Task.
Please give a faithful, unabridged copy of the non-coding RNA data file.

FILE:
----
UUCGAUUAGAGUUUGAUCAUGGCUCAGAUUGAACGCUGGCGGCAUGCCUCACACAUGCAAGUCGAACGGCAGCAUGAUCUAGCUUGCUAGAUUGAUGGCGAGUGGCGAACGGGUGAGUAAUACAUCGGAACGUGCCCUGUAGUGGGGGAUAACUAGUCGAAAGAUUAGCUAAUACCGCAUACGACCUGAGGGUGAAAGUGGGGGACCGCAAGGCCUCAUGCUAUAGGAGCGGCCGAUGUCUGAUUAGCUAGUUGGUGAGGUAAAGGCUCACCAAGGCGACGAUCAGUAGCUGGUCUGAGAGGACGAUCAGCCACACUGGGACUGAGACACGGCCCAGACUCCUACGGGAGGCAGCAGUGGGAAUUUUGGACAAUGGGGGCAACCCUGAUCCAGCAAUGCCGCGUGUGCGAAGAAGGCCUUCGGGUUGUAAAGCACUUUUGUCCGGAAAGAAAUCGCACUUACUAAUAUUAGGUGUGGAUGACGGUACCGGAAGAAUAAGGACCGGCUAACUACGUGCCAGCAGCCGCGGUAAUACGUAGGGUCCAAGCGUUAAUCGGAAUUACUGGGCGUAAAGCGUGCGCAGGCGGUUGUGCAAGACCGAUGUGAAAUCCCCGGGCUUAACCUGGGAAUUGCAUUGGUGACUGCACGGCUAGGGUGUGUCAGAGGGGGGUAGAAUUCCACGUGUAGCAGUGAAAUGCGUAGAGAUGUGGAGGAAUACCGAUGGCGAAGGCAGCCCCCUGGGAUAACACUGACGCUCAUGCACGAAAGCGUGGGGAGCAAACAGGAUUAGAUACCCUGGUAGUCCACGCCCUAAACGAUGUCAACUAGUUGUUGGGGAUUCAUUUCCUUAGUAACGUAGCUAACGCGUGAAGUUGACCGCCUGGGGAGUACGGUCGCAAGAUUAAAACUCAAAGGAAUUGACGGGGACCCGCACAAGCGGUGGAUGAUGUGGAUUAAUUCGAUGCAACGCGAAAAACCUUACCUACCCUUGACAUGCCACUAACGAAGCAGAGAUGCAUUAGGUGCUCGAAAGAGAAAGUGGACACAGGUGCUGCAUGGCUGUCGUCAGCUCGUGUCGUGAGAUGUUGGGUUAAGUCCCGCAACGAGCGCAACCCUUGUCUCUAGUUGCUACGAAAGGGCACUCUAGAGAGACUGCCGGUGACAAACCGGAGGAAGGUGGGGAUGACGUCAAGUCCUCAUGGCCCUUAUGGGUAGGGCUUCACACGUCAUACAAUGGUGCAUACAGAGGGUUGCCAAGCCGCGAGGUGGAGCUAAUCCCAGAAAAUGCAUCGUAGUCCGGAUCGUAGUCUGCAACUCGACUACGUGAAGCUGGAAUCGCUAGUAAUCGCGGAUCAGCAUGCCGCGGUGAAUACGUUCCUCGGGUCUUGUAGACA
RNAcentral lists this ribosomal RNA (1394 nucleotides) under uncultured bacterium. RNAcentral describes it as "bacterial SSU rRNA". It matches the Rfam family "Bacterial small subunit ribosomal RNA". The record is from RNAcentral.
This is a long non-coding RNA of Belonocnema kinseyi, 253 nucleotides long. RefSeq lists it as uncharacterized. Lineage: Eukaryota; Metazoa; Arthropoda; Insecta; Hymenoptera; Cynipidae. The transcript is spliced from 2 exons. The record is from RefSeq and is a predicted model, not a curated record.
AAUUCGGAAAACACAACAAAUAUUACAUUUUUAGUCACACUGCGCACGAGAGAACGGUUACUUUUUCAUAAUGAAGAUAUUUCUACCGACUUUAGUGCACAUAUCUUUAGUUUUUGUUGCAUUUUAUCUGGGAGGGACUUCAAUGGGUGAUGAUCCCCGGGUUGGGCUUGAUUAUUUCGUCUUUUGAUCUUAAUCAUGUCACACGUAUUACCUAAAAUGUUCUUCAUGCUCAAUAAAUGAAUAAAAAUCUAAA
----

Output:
UUCGAUUAGAGUUUGAUCAUGGCUCAGAUUGAACGCUGGCGGCAUGCCUCACACAUGCAAGUCGAACGGCAGCAUGAUCUAGCUUGCUAGAUUGAUGGCGAGUGGCGAACGGGUGAGUAAUACAUCGGAACGUGCCCUGUAGUGGGGGAUAACUAGUCGAAAGAUUAGCUAAUACCGCAUACGACCUGAGGGUGAAAGUGGGGGACCGCAAGGCCUCAUGCUAUAGGAGCGGCCGAUGUCUGAUUAGCUAGUUGGUGAGGUAAAGGCUCACCAAGGCGACGAUCAGUAGCUGGUCUGAGAGGACGAUCAGCCACACUGGGACUGAGACACGGCCCAGACUCCUACGGGAGGCAGCAGUGGGAAUUUUGGACAAUGGGGGCAACCCUGAUCCAGCAAUGCCGCGUGUGCGAAGAAGGCCUUCGGGUUGUAAAGCACUUUUGUCCGGAAAGAAAUCGCACUUACUAAUAUUAGGUGUGGAUGACGGUACCGGAAGAAUAAGGACCGGCUAACUACGUGCCAGCAGCCGCGGUAAUACGUAGGGUCCAAGCGUUAAUCGGAAUUACUGGGCGUAAAGCGUGCGCAGGCGGUUGUGCAAGACCGAUGUGAAAUCCCCGGGCUUAACCUGGGAAUUGCAUUGGUGACUGCACGGCUAGGGUGUGUCAGAGGGGGGUAGAAUUCCACGUGUAGCAGUGAAAUGCGUAGAGAUGUGGAGGAAUACCGAUGGCGAAGGCAGCCCCCUGGGAUAACACUGACGCUCAUGCACGAAAGCGUGGGGAGCAAACAGGAUUAGAUACCCUGGUAGUCCACGCCCUAAACGAUGUCAACUAGUUGUUGGGGAUUCAUUUCCUUAGUAACGUAGCUAACGCGUGAAGUUGACCGCCUGGGGAGUACGGUCGCAAGAUUAAAACUCAAAGGAAUUGACGGGGACCCGCACAAGCGGUGGAUGAUGUGGAUUAAUUCGAUGCAACGCGAAAAACCUUACCUACCCUUGACAUGCCACUAACGAAGCAGAGAUGCAUUAGGUGCUCGAAAGAGAAAGUGGACACAGGUGCUGCAUGGCUGUCGUCAGCUCGUGUCGUGAGAUGUUGGGUUAAGUCCCGCAACGAGCGCAACCCUUGUCUCUAGUUGCUACGAAAGGGCACUCUAGAGAGACUGCCGGUGACAAACCGGAGGAAGGUGGGGAUGACGUCAAGUCCUCAUGGCCCUUAUGGGUAGGGCUUCACACGUCAUACAAUGGUGCAUACAGAGGGUUGCCAAGCCGCGAGGUGGAGCUAAUCCCAGAAAAUGCAUCGUAGUCCGGAUCGUAGUCUGCAACUCGACUACGUGAAGCUGGAAUCGCUAGUAAUCGCGGAUCAGCAUGCCGCGGUGAAUACGUUCCUCGGGUCUUGUAGACA
RNAcentral lists this ribosomal RNA (1394 nucleotides) under uncultured bacterium. RNAcentral describes it as "bacterial SSU rRNA". It matches the Rfam family "Bacterial small subunit ribosomal RNA". The record is from RNAcentral.
This is a long non-coding RNA of Belonocnema kinseyi, 253 nucleotides long. RefSeq lists it as uncharacterized. Lineage: Eukaryota; Metazoa; Arthropoda; Insecta; Hymenoptera; Cynipidae. The transcript is spliced from 2 exons. The record is from RefSeq and is a predicted model, not a curated record.
AAUUCGGAAAACACAACAAAUAUUACAUUUUUAGUCACACUGCGCACGAGAGAACGGUUACUUUUUCAUAAUGAAGAUAUUUCUACCGACUUUAGUGCACAUAUCUUUAGUUUUUGUUGCAUUUUAUCUGGGAGGGACUUCAAUGGGUGAUGAUCCCCGGGUUGGGCUUGAUUAUUUCGUCUUUUGAUCUUAAUCAUGUCACACGUAUUACCUAAAAUGUUCUUCAUGCUCAAUAAAUGAAUAAAAAUCUAAA